Today, I realized I had to do something big. Something different.

Our budget needed a MAJOR overhaul.

If I’m being completely honest with you, we needed a new way to budget. We are flying by the seat of our pants.

Today, a bank statement, credit card statement, and my second cousin’s wedding invitation came in the mail.

I opened all three and laid them on the table.

I’m overwhelmed by it all.

We need a budget but we have tried this before and fallen off the wagon. The budgets we failed at didn’t work for our lives.

What will be different about this time?

I need to find a budgeting method that works for our family. Fast.

This is Amanda talking above. She is 35 years old, married to James for 10 years and they have 2 young children, Emma (6 years old) and Jacob (3 years old).

They also have a big mortgage, a car payment, investment accounts for retirement and their children’s education, etc.

Family cut outs, budget
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What do they do?

They take to google and search things like “best Budgeting Methods” and “how do you create a personal budget.”

What did they find?

A boatload (and I mean a big boat) of different ways to budget and a gazillion opinions. After hours of reading, they narrow it down to 5 budgeting methods to consider that look worth trying.

Can you relate to this story? I know I sure can.

Budgeting can be hard to stick to so finding simple ways to budget our money that is right for our current circumstances is a must.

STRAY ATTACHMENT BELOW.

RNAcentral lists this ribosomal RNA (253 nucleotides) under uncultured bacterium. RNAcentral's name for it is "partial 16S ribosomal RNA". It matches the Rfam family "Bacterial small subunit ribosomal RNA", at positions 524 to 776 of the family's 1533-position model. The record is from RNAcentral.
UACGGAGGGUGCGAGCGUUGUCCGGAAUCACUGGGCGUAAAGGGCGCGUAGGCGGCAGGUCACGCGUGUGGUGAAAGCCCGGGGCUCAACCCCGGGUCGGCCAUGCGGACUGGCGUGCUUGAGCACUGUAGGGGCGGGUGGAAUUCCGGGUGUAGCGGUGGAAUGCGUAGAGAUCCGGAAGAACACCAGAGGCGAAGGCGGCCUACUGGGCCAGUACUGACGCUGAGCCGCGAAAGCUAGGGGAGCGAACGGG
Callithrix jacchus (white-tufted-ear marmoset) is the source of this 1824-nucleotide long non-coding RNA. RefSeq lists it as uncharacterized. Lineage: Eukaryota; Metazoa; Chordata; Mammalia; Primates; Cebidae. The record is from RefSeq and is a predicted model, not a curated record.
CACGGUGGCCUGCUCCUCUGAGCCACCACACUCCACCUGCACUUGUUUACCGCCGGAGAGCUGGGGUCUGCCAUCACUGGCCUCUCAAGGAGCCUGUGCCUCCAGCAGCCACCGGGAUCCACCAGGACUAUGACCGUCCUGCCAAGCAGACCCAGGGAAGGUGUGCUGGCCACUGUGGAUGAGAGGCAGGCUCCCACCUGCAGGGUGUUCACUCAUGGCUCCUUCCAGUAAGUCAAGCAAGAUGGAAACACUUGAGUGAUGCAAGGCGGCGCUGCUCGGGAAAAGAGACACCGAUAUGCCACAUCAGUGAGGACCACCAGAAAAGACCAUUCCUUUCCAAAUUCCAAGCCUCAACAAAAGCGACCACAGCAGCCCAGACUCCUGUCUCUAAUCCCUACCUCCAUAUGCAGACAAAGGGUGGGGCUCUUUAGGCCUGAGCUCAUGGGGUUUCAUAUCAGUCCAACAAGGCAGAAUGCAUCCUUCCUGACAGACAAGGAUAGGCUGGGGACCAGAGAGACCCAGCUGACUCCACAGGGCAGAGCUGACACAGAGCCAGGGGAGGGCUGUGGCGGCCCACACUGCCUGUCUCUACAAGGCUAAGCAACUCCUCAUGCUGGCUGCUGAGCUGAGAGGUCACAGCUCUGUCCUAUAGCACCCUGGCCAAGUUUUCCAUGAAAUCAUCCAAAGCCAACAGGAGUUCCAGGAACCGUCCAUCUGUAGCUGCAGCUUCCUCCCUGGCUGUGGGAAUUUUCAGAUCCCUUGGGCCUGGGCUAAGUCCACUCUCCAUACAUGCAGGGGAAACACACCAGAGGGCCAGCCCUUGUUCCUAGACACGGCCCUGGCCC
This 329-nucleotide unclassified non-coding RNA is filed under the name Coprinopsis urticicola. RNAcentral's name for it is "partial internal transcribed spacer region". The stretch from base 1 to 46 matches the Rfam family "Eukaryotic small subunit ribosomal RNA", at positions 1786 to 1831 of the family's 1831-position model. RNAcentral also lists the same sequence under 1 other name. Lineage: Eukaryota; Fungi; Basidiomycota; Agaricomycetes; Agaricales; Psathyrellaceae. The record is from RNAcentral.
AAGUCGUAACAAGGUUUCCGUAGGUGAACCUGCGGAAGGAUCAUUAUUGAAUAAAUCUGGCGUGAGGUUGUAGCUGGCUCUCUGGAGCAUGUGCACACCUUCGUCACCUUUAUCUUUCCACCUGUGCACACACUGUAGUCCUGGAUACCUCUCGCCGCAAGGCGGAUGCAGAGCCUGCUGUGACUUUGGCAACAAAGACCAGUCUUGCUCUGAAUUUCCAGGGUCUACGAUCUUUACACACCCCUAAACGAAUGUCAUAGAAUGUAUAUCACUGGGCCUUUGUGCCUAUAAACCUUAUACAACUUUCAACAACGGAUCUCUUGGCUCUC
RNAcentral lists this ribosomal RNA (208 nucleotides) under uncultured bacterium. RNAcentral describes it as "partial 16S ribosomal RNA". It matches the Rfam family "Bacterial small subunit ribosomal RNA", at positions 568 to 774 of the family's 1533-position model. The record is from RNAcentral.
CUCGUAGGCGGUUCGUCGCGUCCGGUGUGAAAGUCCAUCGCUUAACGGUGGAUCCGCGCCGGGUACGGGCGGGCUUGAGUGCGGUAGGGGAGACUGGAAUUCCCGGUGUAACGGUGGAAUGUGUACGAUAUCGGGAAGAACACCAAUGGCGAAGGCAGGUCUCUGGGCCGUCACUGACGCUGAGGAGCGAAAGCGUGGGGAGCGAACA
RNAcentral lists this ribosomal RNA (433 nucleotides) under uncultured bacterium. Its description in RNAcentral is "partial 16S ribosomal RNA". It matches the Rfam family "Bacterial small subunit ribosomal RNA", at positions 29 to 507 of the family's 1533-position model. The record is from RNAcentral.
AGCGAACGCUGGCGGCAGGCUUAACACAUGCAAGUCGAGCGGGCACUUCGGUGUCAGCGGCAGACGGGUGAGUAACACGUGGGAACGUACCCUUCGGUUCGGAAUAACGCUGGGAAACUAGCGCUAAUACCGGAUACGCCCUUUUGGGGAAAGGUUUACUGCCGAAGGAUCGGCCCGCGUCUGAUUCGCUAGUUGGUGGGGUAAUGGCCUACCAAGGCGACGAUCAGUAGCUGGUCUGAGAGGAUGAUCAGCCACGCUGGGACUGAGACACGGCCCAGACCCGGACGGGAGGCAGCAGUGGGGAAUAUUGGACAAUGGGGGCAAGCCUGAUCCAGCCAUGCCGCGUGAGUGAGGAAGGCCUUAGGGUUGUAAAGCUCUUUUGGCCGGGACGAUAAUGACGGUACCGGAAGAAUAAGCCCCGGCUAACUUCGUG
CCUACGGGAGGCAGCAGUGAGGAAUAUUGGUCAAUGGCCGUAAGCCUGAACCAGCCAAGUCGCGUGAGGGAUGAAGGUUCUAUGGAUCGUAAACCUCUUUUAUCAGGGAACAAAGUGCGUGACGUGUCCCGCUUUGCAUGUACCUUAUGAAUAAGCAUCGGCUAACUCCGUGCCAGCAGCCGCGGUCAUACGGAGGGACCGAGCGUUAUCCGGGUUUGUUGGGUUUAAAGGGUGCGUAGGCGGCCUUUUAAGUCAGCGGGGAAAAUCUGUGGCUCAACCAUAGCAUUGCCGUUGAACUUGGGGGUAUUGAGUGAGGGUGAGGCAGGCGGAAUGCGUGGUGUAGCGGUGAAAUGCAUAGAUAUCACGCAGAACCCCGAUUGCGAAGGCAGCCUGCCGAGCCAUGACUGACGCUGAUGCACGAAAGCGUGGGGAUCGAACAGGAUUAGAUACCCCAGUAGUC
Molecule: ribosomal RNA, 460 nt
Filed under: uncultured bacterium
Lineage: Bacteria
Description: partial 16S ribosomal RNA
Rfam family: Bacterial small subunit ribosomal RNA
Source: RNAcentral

As we move through various stages of life, our budgeting methods will evolve.

In this article, I give you a number of popular budgeting methods for you to give a try.

Before we get into the best budgeting methods out there, we need to cover a couple of important points.

What is a budget, anyway?

A budget is simply tracking your income (what you make) and expenses (spending). Your budget is a “money plan” to ensure you don’t spend more than you make.

Pretty simple concept right? Easier said than done.

As I like to say….

Fail to plan, plan to fail.

These words have never been truer when it comes to budgeting.

Understanding Budgeting Differences

Part of James and Amanda’s budget issues was because they have nearly opposite money philosophies and past experiences.


Before marriage, James paid his credit card and checked his bank account balance at the end of the month. If he had money left over, great. If he didn’t, he made sure he spent less money the next month to make up the difference.

This worked good when single and living a consistent, normal lifestyle.

James grew up in a financially stable home where money wasn’t discussed.

Now that James established in his career, he likes to buy what he wants when he wants. James likes to eat out regularly which annoys Amanda because she sees it as a waste of money.


When young, Amanda’s family went through serious financial hardships.

Her father lost his job and her mother stayed home.

For about a year, they hardly had enough food and almost lost their home.

Finally, her father got a new job and eventually, their family recovered.

Amanda went to college and developed her career fast. She wanted to be able to spend money on things she enjoyed to avoid feelings of deprivation. However, she wants to ensure she is never in this situation again.

She often goes back and forth between being an aggressive saver and an aggressive spender.

Amanda tries to put away as much money as she can for retirement and their kids’ education but also likes to spend money on clothes and go to the spa occasionally.

James and Amanda have different money philosophies. What one values the other doesn’t.

James likes to go out to dinner whereas Amanda is happy to each soup.

Amanda likes to get regular pedicures whereas James sees it as a waste of money.